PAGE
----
The idea is, Satan was conquering another dimension but was defeated by a mighty hero, so now Satan has been banished to Earth, where his powers no longer work. He is determined to regain his former glory and decides to work his way up from the bottom, with a part-time job in the fast food business, in the hopes of one day conquering the world.
It sounds like an INVADER ZIM episode (because it kind of was an INVADER ZIM episode), but THE DEVIL IS A PART-TIMER finds a lot more sympathy for the devil, who gradually goes native and actually starts to value hard work and friendship. Unfortunately, his workaday life is constantly interrupted by heroes from his own dimension who always think he has an infernal plan and are (almost) always wrong about that.
It’s a joke that doesn’t get old as quickly as you might think. THE DEVIL is also quite a charmer, with an infectiously positive attitude and a message that is actually pretty relevant. One could easily interpret this series as a metaphor for entering the workplace after high school, a time when previously held ideas about your identity start falling away, and you are forced to forge a new life for yourself based on your actual contributions to society. We have all been The Devil, haven’t we?
HIGH SCHOOL OF THE DEAD (COVER PHOTO)
Right there, in the title. HIGH SCHOOL OF THE DEAD is THE WALKING DEAD but in high school, a series that pits jocks, nerds, teachers and every other cliché against a horde of zombies. And since this is anime, that means schoolgirl uniforms. Lots and lots of schoolgirl uniforms.
I’m not kidding. There are TONS of schoolgirl uniforms in HIGH SCHOOL OF THE DEAD. Watch one episode of this impressively frantic series and you’ll notice that every possible opportunity is being taken to ogle the more sexually attractive members of the cast. It’s called “fan service” but however you choose to label it (“sexist” would also be pretty accurate), it becomes an indelible part of this show’s identity. It is intensely prurient, in terms of both sensuality and violence.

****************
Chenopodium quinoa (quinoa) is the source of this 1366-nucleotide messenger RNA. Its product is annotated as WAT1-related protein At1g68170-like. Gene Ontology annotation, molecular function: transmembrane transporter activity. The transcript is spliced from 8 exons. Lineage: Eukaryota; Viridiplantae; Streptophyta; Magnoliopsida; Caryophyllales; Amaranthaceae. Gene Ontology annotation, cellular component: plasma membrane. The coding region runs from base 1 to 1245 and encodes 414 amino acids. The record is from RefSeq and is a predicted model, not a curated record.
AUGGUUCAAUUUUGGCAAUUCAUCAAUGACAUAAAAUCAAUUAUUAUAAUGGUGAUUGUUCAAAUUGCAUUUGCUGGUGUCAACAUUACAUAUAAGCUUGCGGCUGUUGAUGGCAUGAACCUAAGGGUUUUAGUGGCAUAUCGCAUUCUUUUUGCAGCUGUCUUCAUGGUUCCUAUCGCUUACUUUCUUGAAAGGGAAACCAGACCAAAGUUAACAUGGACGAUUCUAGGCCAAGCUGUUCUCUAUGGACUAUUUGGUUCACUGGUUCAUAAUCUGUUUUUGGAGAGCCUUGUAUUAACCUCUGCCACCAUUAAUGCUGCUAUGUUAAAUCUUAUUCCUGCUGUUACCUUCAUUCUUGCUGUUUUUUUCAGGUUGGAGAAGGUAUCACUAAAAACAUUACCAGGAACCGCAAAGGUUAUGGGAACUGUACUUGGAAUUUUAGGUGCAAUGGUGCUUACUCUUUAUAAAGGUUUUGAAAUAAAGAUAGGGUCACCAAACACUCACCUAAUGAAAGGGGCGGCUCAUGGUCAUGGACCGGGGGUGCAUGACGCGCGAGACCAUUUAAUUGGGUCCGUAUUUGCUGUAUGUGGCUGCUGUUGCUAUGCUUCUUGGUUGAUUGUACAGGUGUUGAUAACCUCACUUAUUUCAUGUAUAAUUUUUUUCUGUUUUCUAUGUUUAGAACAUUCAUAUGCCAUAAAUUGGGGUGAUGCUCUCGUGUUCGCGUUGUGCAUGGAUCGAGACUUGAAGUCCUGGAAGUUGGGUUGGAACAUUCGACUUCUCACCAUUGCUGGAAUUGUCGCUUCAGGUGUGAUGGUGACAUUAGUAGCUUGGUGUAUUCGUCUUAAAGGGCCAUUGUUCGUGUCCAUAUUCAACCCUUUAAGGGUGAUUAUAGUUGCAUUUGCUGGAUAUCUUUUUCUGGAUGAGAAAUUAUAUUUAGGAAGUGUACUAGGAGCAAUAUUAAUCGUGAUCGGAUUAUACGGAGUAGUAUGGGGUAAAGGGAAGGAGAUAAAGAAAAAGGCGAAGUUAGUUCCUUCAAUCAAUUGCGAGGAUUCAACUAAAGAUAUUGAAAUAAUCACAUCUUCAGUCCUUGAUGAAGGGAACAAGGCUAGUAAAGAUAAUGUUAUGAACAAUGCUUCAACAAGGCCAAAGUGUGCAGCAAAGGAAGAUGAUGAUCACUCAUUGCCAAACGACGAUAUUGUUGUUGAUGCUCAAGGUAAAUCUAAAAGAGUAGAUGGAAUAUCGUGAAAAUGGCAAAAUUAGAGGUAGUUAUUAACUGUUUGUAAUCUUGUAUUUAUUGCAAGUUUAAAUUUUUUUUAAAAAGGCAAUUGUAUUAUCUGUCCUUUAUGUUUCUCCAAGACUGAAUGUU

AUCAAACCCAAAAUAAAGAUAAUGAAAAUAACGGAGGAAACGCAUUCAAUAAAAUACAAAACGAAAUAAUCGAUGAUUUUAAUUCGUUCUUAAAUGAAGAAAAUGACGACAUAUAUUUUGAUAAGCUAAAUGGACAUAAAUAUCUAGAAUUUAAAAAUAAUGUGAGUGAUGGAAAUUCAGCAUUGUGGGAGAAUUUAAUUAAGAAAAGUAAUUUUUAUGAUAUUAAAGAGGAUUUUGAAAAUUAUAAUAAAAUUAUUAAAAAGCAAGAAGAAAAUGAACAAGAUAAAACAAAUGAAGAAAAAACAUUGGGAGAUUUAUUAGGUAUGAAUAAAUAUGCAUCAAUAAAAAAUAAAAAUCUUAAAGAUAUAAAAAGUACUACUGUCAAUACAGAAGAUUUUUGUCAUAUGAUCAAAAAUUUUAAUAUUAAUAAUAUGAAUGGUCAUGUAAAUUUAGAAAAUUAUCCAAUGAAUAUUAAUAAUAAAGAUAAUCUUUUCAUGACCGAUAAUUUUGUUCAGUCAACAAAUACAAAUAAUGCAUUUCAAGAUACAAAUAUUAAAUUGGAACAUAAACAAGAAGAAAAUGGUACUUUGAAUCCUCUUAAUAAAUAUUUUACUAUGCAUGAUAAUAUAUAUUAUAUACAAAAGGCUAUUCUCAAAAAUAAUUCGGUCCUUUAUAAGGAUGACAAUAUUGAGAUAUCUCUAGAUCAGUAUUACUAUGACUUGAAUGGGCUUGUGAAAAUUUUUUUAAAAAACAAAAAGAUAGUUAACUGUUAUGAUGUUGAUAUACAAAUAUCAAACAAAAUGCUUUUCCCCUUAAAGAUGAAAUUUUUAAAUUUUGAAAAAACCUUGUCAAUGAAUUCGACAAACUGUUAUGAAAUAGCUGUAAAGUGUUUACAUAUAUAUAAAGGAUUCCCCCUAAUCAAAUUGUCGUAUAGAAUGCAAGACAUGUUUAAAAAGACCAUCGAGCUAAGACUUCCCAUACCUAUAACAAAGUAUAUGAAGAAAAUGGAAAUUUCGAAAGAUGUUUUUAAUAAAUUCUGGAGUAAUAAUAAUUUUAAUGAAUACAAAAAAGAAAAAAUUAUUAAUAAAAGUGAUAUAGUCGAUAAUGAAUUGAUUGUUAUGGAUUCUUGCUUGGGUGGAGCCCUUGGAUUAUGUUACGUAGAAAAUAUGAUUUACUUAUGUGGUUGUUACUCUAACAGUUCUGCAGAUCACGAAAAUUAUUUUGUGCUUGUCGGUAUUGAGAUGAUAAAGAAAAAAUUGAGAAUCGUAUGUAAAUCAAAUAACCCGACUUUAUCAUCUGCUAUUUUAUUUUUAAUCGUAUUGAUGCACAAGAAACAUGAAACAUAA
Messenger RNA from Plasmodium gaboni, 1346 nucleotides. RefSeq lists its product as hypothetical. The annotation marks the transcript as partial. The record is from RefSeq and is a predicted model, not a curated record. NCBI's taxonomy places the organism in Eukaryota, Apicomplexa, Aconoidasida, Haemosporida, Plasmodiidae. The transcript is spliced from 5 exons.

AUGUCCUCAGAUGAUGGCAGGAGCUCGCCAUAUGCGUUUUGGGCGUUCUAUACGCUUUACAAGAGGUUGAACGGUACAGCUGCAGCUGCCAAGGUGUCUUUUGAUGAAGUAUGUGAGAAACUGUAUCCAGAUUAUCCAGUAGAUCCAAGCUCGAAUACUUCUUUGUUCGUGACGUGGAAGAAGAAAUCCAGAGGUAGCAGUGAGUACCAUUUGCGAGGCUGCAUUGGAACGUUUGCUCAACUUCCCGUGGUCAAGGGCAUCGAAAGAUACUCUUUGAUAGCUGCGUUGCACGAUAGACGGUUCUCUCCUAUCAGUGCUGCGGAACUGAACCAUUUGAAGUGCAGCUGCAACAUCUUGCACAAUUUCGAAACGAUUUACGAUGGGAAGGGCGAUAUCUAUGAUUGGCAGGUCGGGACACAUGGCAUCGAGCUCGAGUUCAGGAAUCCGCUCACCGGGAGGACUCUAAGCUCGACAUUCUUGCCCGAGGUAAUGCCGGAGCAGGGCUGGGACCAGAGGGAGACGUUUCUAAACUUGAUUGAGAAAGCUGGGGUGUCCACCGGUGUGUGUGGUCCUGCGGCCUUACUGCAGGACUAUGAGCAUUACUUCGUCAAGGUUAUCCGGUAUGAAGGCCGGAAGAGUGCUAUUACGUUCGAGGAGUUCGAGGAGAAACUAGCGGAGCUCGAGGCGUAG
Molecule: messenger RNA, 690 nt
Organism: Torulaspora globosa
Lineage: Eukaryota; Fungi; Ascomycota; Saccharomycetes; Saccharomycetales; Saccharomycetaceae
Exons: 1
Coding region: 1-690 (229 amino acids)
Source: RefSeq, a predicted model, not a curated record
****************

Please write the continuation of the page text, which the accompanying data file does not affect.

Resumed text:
And that violence is spectacular, no two ways about it. While it’s certainly never been “necessary” to tell a zombie story using animation, the medium allows the makers of HIGH SCHOOL OF THE DEAD to pull off the kind of virtuosic camerawork and impressive set pieces that a typical, live-action zombie movie never could. It’s visceral, it’s tawdry, and if you’re into that kind of thing you will have a great time watching it.
TOKYO GHOUL is an interesting experiment in context. The show builds upon the familiar framework of vampire stories but, by making this a story about ghouls instead, all of those old clichés actually seem fresh and exciting again.
It is the tale of a young college student who, after discovering that his date is really a flesh-eating ghoul, accidentally winds up half-ghoul himself. Now he has all the hunger for human flesh – so-called “normal” food tastes disgusting – but he also has a sense of morality that shouldn’t go along with it. So he finds himself straddling both worlds, running afoul of humans and ghouls alike, and learning how to make a mean cup of coffee on his off hours (because coffee is the only comestible that humans and ghouls both like).
Stylish but also intimate, TOKYO GHOUL gets you inside the hero’s head as he wanders down some extremely dark paths. His nearly uncontrollable desire to eat his best friend is the kind of horrifying idea that shows like ANGEL would talk about but rarely dramatize to their full, despicable extent. It’s a show that genre fans of all kinds, whether or not they would consider themselves fans of anime, will probably be able to admire, and maybe even love.